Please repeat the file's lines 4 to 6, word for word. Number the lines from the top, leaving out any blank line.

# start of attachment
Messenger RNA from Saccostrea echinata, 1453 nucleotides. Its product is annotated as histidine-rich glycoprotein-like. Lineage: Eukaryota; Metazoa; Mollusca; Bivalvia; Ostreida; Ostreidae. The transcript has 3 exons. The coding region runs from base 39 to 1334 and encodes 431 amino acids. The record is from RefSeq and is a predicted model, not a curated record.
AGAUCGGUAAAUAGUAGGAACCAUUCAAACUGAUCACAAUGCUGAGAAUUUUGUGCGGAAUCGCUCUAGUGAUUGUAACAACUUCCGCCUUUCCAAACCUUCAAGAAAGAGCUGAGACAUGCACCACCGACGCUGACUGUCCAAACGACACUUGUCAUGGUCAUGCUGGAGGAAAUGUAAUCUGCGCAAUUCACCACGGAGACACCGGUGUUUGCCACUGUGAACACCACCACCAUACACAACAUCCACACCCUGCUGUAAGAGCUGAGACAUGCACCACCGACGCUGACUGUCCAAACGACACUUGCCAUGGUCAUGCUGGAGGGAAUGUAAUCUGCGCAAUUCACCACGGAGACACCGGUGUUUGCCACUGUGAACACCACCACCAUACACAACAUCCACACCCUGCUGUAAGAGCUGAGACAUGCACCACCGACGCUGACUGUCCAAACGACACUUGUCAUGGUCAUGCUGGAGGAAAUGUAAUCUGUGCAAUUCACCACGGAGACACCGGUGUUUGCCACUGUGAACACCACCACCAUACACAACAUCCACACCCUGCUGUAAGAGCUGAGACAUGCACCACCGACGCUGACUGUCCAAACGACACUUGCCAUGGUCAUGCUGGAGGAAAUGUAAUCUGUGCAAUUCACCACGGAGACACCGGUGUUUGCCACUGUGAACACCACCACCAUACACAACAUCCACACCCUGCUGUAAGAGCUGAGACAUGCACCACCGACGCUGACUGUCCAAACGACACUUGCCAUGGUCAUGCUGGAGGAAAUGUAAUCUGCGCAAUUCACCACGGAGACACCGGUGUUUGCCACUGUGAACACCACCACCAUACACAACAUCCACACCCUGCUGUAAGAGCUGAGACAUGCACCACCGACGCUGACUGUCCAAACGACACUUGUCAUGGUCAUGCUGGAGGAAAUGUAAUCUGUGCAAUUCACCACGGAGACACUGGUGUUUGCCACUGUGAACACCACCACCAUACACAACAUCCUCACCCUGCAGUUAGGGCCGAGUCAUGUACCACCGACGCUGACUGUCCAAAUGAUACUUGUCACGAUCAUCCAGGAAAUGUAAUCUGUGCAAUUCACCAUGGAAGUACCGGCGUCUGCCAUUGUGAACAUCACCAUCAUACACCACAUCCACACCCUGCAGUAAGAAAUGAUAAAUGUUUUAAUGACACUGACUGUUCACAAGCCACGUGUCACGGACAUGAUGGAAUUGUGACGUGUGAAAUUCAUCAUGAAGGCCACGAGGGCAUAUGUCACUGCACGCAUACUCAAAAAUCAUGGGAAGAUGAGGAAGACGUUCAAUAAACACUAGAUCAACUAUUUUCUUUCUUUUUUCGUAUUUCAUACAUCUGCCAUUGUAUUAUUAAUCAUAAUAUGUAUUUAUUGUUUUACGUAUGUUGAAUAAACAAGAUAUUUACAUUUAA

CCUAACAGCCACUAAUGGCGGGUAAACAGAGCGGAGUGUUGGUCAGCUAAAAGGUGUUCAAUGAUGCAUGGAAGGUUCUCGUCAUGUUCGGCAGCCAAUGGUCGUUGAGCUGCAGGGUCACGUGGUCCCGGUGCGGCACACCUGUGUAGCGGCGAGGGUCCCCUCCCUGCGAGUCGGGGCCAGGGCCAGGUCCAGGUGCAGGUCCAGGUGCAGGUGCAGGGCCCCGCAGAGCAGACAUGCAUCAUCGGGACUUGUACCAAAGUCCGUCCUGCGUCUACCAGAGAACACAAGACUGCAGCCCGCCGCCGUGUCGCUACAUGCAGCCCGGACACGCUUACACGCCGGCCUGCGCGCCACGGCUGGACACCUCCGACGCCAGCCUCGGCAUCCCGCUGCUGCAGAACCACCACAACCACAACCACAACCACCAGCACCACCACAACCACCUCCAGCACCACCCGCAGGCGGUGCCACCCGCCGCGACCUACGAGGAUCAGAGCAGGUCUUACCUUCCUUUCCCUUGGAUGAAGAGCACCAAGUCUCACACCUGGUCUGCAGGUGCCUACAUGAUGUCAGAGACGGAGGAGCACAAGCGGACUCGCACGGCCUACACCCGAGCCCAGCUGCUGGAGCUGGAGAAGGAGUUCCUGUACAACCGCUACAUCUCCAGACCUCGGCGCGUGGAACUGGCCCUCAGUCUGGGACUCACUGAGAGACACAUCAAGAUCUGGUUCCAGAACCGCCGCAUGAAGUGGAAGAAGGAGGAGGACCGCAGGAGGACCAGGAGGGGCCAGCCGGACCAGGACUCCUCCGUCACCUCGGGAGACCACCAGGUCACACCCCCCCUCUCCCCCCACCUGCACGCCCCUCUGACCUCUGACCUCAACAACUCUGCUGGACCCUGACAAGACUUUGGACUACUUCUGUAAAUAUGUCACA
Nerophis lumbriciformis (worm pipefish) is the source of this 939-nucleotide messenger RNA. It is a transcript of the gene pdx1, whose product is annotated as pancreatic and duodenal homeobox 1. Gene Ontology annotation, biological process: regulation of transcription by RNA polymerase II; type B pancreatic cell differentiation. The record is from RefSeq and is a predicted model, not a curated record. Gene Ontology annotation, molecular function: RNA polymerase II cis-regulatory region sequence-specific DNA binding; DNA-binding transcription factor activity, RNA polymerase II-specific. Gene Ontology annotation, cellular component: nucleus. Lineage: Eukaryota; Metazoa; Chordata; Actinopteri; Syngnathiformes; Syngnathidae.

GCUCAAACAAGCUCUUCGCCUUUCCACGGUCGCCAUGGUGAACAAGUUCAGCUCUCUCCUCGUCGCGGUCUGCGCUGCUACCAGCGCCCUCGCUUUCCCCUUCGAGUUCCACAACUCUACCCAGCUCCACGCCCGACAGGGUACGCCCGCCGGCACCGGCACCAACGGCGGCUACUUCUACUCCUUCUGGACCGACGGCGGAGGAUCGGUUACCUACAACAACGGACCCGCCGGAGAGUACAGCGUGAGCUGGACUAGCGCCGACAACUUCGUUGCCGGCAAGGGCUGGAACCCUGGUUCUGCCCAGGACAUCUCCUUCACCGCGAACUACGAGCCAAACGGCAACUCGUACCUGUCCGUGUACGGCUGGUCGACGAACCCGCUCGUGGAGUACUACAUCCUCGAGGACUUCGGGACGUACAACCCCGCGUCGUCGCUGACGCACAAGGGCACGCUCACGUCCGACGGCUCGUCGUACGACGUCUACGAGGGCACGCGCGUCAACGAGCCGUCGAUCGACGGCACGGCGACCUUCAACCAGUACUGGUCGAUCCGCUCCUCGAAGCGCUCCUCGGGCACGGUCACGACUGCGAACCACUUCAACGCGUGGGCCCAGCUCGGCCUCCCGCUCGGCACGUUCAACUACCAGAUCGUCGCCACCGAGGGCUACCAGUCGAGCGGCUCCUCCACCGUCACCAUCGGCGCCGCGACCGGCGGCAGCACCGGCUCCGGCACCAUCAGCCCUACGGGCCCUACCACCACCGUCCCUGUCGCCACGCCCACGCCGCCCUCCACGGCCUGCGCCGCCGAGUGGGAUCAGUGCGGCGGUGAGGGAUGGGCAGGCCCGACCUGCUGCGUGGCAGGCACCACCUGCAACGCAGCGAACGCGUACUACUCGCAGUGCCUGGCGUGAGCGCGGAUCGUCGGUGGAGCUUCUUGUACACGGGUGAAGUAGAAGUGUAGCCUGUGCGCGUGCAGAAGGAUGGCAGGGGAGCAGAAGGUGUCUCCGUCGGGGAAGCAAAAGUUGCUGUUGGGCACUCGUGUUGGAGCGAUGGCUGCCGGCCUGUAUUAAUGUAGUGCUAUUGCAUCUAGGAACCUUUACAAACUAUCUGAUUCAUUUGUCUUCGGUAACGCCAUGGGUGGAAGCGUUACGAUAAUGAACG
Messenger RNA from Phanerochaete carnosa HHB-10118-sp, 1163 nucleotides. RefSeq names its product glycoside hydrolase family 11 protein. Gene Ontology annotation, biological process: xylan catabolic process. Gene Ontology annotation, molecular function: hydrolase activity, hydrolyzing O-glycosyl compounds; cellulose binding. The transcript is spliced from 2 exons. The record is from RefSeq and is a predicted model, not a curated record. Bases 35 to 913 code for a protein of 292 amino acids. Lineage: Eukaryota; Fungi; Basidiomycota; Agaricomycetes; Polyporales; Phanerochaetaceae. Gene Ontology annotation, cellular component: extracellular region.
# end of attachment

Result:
Nerophis lumbriciformis (worm pipefish) is the source of this 939-nucleotide messenger RNA. It is a transcript of the gene pdx1, whose product is annotated as pancreatic and duodenal homeobox 1. Gene Ontology annotation, biological process: regulation of transcription by RNA polymerase II; type B pancreatic cell differentiation. The record is from RefSeq and is a predicted model, not a curated record. Gene Ontology annotation, molecular function: RNA polymerase II cis-regulatory region sequence-specific DNA binding; DNA-binding transcription factor activity, RNA polymerase II-specific. Gene Ontology annotation, cellular component: nucleus. Lineage: Eukaryota; Metazoa; Chordata; Actinopteri; Syngnathiformes; Syngnathidae.

GCUCAAACAAGCUCUUCGCCUUUCCACGGUCGCCAUGGUGAACAAGUUCAGCUCUCUCCUCGUCGCGGUCUGCGCUGCUACCAGCGCCCUCGCUUUCCCCUUCGAGUUCCACAACUCUACCCAGCUCCACGCCCGACAGGGUACGCCCGCCGGCACCGGCACCAACGGCGGCUACUUCUACUCCUUCUGGACCGACGGCGGAGGAUCGGUUACCUACAACAACGGACCCGCCGGAGAGUACAGCGUGAGCUGGACUAGCGCCGACAACUUCGUUGCCGGCAAGGGCUGGAACCCUGGUUCUGCCCAGGACAUCUCCUUCACCGCGAACUACGAGCCAAACGGCAACUCGUACCUGUCCGUGUACGGCUGGUCGACGAACCCGCUCGUGGAGUACUACAUCCUCGAGGACUUCGGGACGUACAACCCCGCGUCGUCGCUGACGCACAAGGGCACGCUCACGUCCGACGGCUCGUCGUACGACGUCUACGAGGGCACGCGCGUCAACGAGCCGUCGAUCGACGGCACGGCGACCUUCAACCAGUACUGGUCGAUCCGCUCCUCGAAGCGCUCCUCGGGCACGGUCACGACUGCGAACCACUUCAACGCGUGGGCCCAGCUCGGCCUCCCGCUCGGCACGUUCAACUACCAGAUCGUCGCCACCGAGGGCUACCAGUCGAGCGGCUCCUCCACCGUCACCAUCGGCGCCGCGACCGGCGGCAGCACCGGCUCCGGCACCAUCAGCCCUACGGGCCCUACCACCACCGUCCCUGUCGCCACGCCCACGCCGCCCUCCACGGCCUGCGCCGCCGAGUGGGAUCAGUGCGGCGGUGAGGGAUGGGCAGGCCCGACCUGCUGCGUGGCAGGCACCACCUGCAACGCAGCGAACGCGUACUACUCGCAGUGCCUGGCGUGAGCGCGGAUCGUCGGUGGAGCUUCUUGUACACGGGUGAAGUAGAAGUGUAGCCUGUGCGCGUGCAGAAGGAUGGCAGGGGAGCAGAAGGUGUCUCCGUCGGGGAAGCAAAAGUUGCUGUUGGGCACUCGUGUUGGAGCGAUGGCUGCCGGCCUGUAUUAAUGUAGUGCUAUUGCAUCUAGGAACCUUUACAAACUAUCUGAUUCAUUUGUCUUCGGUAACGCCAUGGGUGGAAGCGUUACGAUAAUGAACG
Messenger RNA from Phanerochaete carnosa HHB-10118-sp, 1163 nucleotides. RefSeq names its product glycoside hydrolase family 11 protein. Gene Ontology annotation, biological process: xylan catabolic process. Gene Ontology annotation, molecular function: hydrolase activity, hydrolyzing O-glycosyl compounds; cellulose binding. The transcript is spliced from 2 exons. The record is from RefSeq and is a predicted model, not a curated record. Bases 35 to 913 code for a protein of 292 amino acids. Lineage: Eukaryota; Fungi; Basidiomycota; Agaricomycetes; Polyporales; Phanerochaetaceae. Gene Ontology annotation, cellular component: extracellular region.